Thursday July 12, 2012
S’pore dollar at new high, hits 14-year high against ringgit
SINGAPORE: The Singapore dollar hit a 14-year high against the ringgit yesterday as offshore funds continued to seek relatively safer assets and on views that Malaysia may allow a weaker currency to spur growth amid global economic slowdown.
The city-state's currency rose 0.7% against the neighboring unit to 2.5170, the highest since July 1998, as real money accounts and hedge funds bought it.
That came even though yields on Malaysian government bonds stayed much higher than Singapore bonds.
Spread between 10-year Malaysian bonds and 10-year Singapore bonds has widened 15 basis points (BPS) so far this month.
“Investors really like Singapore assets due to safety, the stable Singapore dollar and low rates,” said BNP Paribas currency strategist Thio Chin Loo in Singapore.
She said the Singapore dollar may head to 2.55 per the ringgit.
Singapore is the only country in emerging Asia with a credit rating of AAA and its currency has been the second best-performing regional unit after the Philippine peso with a 2.5% gain versus the US dollar.
“The ringgit may see more volatility and its weakness may be more pronounced compared to the past, while the Singapore dollar is locked in a band. Inflation differentials may potentially lead to some speed of change in policy responses too,” Supaat said.
He expects the Singapore dollar to stay around 2.51 versus the ringgit by the end of the year, although it may head to 2.55 before that.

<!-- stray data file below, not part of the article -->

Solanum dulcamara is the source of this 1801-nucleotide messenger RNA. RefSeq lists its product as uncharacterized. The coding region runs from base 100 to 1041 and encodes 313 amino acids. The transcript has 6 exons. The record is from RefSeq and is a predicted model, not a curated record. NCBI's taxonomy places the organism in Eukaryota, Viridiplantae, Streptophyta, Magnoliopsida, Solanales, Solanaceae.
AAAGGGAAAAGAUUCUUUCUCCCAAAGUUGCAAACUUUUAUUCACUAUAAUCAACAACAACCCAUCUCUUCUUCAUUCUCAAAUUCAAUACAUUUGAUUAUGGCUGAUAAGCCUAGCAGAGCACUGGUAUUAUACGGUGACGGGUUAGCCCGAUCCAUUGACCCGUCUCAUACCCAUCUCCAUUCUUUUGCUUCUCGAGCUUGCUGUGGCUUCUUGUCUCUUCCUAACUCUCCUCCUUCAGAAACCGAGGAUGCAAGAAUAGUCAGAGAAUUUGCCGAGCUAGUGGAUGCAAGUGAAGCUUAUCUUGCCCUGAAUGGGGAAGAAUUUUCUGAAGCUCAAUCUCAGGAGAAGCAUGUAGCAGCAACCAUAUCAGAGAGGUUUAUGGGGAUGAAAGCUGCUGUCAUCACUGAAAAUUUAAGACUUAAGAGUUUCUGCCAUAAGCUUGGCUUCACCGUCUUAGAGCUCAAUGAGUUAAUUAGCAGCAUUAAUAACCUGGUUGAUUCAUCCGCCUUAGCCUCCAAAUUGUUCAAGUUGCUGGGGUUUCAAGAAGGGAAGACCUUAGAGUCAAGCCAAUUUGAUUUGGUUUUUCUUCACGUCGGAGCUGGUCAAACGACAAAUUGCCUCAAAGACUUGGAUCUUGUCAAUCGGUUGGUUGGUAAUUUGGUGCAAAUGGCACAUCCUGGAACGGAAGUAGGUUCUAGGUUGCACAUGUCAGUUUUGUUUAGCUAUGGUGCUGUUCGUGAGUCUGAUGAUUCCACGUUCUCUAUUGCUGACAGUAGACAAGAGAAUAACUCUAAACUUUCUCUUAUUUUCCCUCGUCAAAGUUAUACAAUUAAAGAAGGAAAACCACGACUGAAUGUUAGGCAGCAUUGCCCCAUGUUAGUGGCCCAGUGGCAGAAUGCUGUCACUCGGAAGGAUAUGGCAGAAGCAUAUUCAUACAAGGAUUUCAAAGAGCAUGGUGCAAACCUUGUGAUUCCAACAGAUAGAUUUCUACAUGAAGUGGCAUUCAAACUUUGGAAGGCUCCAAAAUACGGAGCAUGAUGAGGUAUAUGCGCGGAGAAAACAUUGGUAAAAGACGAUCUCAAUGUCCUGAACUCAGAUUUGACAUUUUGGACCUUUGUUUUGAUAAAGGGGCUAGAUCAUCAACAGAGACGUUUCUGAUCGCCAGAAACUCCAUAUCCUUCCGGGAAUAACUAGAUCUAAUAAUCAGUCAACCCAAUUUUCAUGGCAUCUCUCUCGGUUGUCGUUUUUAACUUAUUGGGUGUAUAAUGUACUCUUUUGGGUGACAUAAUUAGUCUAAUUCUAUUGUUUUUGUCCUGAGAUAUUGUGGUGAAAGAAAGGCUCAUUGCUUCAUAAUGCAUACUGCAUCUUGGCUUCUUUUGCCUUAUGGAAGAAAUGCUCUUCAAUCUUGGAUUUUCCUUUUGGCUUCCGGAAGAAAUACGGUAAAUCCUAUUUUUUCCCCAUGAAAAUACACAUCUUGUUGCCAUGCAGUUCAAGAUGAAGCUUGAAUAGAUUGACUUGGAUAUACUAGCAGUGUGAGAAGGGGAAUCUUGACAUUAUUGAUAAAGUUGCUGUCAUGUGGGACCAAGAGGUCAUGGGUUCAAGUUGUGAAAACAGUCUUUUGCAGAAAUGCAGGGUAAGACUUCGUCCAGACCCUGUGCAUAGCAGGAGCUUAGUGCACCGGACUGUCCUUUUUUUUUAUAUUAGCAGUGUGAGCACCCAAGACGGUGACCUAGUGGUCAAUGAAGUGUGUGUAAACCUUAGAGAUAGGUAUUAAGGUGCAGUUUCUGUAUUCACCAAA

Singapore's annual consumer inflation in May stood at 5.0%, almost triple of Malaysia's 1.7%.
That may allow Malaysian policymakers to endure a weaker ringgit to boost exports, dealers and analysts said.
But Maybank's Supaat said it may be difficult for the Singapore dollar to extend gains versus the ringgit from the current level much further in the longer term, adding the city-state's currency yesterday was boosted by a higher Australian dollar.
“Inherently there is the risk of capital inflows into Singapore bonds and property markets for safe haven reasons and also for expected appreciation. This may feed into asset price inflation. At worst, these are hot money inflows, there is always a risk of sudden outflows,” said Supaat.
He said the Singapore dollar would retreat to 2.40 versus the ringgit by the end of 2013.
Singapore state investment firm Temasek Holdings is in talks to buy a stake in a RM4bil (US$1.26bil) project in Malaysia's southern state of Johor, the Business Times reported earlier. That may boost demand for ringgit.
Meanwhile, most emerging Asian currencies were mixed amid worries about the impact of a global slowdown on corporate earnings, while investors were not convinced the eurozone can bring down the borrowing costs of its debt-ridden members.
Investors are keeping an eye on the result of a German court hearing on the eurozone bailout fund. - Reuters